A solar lease is a financial agreement where you pay a monthly fee to use solar panels installed on your property, but you don’t own them directly. The solar company providing the lease assumes all upfront costs, and also ongoing costs like maintenance and repairs. In exchange, you agree to lease the photovoltaic (PV) system for a specified term, typically 10-25 years.
Leasing solar panels is an option for homeowners who want to avoid a large upfront payment. Instead, you pay a fixed monthly fee that is calculated to be lower than your electric bill savings. This also means you achieve net savings from the first month of a solar lease.
You can also install a solar PV system at zero upfront cost by taking a low-interest loan. However, most of these loans are only available for homeowners with a high credit score. Solar leases normally have higher monthly payments than solar loans, but they are less demanding with respect to your credit record.
How Does a Solar Lease Work?
In a solar lease, you sign a contract that charges you fixed monthly fees to use a solar energy system. You can use all the electricity generated by the solar panels, which is subtracted from your utility bills. The exact contract terms vary depending on the solar lease provider, but most of them have the following conditions:
- Solar leases have a financial penalty for early termination. However, many leases give you the option of buying the solar panels as a way to end the contract. If you move to another home, a solar lease can generally be transferred to the new owner.
- Most solar leases have a price escalator to compensate for inflation. Your savings increase over time as local electric tariffs become higher, but your monthly lease payments are also raised gradually.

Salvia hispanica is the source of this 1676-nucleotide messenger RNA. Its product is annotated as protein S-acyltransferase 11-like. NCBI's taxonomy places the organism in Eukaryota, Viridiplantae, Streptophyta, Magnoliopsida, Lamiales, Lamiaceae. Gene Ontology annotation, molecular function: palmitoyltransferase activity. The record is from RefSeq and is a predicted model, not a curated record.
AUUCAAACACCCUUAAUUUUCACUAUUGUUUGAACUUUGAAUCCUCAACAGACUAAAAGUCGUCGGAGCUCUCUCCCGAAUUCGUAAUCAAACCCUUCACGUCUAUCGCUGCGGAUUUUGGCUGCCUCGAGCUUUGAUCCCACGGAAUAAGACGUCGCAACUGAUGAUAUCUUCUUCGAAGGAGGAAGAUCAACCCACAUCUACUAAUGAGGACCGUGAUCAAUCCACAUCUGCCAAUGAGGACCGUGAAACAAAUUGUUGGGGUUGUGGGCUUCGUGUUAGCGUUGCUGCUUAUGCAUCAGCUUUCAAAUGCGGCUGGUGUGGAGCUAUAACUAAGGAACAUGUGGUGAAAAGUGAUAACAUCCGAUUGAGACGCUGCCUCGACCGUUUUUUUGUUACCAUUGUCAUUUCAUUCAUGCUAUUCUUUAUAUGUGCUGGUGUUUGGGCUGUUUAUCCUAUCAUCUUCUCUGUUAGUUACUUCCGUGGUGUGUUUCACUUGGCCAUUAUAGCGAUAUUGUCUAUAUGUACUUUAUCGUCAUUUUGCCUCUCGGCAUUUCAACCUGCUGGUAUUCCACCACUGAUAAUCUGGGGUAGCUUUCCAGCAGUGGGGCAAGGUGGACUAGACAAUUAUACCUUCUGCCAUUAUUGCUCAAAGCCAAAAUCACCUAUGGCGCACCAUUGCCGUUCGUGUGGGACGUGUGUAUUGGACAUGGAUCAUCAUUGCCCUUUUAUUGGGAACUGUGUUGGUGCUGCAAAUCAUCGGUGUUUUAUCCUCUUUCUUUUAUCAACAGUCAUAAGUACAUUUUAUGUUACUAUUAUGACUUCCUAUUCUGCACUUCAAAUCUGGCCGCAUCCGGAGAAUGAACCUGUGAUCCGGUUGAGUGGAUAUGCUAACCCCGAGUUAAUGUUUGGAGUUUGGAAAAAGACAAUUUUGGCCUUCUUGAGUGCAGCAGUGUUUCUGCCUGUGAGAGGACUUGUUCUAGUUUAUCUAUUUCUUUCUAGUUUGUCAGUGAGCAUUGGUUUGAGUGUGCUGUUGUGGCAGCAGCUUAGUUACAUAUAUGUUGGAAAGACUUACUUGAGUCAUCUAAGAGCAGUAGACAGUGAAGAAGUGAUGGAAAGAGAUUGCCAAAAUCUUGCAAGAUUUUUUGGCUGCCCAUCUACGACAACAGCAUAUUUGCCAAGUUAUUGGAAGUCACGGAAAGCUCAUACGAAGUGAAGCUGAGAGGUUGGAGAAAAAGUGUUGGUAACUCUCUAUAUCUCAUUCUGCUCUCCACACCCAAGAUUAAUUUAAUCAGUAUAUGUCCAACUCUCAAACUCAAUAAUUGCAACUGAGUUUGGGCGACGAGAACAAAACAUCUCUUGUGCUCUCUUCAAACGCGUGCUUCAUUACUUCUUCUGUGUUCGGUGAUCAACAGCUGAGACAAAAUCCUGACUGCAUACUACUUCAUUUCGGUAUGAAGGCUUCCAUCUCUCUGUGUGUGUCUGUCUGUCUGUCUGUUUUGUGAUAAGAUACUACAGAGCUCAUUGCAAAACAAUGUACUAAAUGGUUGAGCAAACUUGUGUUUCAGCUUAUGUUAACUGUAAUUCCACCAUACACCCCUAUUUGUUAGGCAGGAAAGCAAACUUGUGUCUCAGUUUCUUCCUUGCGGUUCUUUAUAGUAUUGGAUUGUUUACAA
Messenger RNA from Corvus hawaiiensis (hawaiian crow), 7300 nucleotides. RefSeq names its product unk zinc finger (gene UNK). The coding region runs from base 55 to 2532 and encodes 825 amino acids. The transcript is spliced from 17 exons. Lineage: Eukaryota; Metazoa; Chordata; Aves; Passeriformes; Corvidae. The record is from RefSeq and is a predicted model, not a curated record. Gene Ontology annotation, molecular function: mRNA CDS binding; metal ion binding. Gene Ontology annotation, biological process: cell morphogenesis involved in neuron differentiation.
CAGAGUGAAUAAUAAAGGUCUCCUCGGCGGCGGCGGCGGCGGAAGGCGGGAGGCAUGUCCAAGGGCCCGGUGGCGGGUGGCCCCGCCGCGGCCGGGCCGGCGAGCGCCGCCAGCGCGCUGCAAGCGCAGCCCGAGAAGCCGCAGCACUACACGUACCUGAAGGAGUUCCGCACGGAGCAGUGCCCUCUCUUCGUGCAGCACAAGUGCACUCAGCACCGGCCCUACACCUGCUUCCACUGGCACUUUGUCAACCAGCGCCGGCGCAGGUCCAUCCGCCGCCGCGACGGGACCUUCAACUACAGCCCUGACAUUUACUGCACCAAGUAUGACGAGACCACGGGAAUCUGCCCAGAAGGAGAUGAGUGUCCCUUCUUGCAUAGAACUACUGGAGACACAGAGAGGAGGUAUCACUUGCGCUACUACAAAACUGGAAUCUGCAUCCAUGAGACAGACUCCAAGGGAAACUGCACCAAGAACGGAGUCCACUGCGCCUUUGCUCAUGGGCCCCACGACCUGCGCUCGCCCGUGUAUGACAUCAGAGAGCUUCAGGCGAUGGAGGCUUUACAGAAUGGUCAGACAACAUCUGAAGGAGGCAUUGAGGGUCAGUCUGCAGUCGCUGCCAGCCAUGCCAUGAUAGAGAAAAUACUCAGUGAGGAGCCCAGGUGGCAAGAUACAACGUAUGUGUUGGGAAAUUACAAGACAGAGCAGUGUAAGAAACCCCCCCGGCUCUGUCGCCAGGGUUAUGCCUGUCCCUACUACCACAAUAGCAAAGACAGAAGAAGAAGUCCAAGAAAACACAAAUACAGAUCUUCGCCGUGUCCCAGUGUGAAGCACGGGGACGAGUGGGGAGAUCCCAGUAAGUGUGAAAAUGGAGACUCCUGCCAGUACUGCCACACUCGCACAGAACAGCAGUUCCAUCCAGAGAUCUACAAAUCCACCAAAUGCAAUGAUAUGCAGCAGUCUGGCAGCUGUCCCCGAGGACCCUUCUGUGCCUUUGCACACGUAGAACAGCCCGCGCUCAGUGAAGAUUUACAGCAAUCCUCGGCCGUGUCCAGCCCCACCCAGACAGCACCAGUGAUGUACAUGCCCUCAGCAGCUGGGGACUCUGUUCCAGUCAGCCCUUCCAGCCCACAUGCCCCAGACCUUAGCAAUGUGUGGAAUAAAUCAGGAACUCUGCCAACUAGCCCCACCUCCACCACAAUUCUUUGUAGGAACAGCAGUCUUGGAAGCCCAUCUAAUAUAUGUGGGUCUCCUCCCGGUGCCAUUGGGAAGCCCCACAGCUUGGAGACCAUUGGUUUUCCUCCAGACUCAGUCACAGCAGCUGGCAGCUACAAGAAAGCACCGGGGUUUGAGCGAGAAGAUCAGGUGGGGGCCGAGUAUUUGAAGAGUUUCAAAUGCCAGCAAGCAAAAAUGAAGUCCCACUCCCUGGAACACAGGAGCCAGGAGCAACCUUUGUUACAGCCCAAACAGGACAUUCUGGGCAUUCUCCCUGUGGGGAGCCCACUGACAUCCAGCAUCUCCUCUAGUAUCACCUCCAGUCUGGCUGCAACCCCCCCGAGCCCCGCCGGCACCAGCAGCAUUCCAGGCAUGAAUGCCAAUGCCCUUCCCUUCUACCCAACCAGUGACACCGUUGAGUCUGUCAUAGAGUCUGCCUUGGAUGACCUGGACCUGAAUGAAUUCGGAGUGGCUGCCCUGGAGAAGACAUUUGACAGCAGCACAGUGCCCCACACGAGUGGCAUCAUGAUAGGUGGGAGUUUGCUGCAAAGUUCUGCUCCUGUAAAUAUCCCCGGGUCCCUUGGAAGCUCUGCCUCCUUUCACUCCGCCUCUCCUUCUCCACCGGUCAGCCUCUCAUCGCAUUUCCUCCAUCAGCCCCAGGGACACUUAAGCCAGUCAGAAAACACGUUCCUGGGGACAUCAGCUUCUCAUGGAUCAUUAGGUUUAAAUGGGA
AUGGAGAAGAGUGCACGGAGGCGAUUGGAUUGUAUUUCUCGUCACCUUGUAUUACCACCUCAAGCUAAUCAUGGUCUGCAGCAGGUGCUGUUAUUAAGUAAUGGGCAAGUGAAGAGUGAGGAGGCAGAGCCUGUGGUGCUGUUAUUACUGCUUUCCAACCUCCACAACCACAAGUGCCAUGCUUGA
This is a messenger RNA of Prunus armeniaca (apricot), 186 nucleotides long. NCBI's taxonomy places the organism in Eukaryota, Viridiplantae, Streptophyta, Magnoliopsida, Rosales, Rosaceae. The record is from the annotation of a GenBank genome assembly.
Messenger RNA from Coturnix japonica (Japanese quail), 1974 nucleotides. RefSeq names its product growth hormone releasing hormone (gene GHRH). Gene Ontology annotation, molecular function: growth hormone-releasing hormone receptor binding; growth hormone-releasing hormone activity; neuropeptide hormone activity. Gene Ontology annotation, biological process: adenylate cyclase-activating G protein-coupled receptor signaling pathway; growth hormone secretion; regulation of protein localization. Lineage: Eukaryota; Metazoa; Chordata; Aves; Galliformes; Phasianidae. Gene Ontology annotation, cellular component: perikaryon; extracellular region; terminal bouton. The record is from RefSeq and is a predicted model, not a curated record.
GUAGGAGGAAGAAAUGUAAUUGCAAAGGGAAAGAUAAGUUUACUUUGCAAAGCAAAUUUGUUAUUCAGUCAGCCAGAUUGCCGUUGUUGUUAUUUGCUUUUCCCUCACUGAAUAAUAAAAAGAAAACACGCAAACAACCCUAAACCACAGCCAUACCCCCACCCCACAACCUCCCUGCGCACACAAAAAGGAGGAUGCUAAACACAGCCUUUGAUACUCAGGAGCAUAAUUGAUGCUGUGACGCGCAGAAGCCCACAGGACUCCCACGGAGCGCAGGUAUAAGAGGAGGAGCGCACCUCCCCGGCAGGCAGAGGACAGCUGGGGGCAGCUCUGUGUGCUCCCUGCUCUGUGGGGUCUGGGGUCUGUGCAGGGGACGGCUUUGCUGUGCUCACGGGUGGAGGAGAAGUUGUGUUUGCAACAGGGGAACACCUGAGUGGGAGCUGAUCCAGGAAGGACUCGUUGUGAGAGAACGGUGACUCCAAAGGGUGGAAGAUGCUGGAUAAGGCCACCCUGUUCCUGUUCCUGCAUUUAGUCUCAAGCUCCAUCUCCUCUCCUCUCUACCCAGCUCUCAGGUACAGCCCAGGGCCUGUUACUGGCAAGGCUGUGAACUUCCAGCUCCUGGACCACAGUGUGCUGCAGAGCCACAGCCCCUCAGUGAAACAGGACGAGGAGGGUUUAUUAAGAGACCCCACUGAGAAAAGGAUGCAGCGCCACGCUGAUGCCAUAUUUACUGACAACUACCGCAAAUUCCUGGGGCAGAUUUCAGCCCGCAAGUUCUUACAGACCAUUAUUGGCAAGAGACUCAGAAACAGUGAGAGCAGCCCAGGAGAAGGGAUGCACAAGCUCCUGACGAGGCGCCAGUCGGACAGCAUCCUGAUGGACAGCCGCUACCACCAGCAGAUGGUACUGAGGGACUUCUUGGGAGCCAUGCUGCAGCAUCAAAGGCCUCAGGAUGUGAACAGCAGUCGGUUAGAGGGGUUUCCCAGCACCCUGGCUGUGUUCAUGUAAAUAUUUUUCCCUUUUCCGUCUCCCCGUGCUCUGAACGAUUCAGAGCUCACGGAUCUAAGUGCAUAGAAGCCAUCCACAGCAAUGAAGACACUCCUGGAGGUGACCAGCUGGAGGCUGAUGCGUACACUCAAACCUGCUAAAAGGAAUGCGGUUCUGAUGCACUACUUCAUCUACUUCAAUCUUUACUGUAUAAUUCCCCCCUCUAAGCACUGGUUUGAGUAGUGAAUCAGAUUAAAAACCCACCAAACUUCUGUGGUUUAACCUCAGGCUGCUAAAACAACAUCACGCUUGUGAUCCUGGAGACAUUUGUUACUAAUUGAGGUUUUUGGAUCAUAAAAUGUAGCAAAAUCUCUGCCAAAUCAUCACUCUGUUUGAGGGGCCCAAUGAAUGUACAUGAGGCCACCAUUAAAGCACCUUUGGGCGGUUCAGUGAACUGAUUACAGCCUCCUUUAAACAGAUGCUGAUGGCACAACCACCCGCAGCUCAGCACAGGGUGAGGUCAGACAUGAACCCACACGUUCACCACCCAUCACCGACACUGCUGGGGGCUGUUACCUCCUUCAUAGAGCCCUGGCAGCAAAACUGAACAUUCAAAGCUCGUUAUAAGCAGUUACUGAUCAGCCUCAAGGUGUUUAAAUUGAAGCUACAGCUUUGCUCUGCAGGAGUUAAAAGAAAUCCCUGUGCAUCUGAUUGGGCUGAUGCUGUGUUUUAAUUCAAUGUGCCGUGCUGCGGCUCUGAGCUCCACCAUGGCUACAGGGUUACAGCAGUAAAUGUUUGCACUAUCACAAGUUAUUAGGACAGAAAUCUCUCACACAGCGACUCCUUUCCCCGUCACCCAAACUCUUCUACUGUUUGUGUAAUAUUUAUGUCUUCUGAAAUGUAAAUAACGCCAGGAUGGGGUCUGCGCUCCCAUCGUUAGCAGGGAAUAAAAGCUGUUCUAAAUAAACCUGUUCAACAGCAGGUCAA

The solar lease provider is responsible for all the costs associated with the photovoltaic system: solar equipment, parts, installation labor, financing, maintenance and repairs. If your solar system malfunctions during the term of the lease, the provider is responsible for fixing the issue. Lease providers will generally use a monitoring system to make sure your solar array is operating correctly at all times.
Before signing a solar lease, you should take the time to read the contract carefully. The lease provider should be fully responsible for maintenance and repairs during the entire contract term. Otherwise, there is no point in paying a monthly fee.
You are responsible for using the solar panels properly, just like when renting a car. Solar lease providers take responsibility for any issues that occur when the photovoltaic system is being used normally. However, the client is held responsible for any damage caused by incorrect use.
Keep in mind that solar incentives like the 30% federal tax credit are offered to the legal owner of a photovoltaic system. When you sign a solar lease, the system is owned by the provider and they get all the incentives.
What Is the Difference Between a Solar Lease and a Solar PPA?
A solar power purchase agreement (PPA) is very similar to a lease, since the provider assumes installation and maintenance costs while you agree to monthly payments. The main difference is how these payments are calculated:
- A solar lease has a fixed monthly payment, which increases by a fixed percentage each year (price escalator).
- A solar PPA has a kilowatt-hour price, and your monthly payment is calculated based on the electricity output of the solar panels.
In other words, a solar lease charges you for using the panels, while a solar PPA charges you for the electricity produced. The electricity price in a solar PPA is set lower than the electric tariff charged by your power company, which means you get savings from the first month.
Most solar PPA contracts also have a price escalator, which means the kilowatt-hour price increases over time. However, you will save on power bills as long as the PPA price remains below local electric tariffs.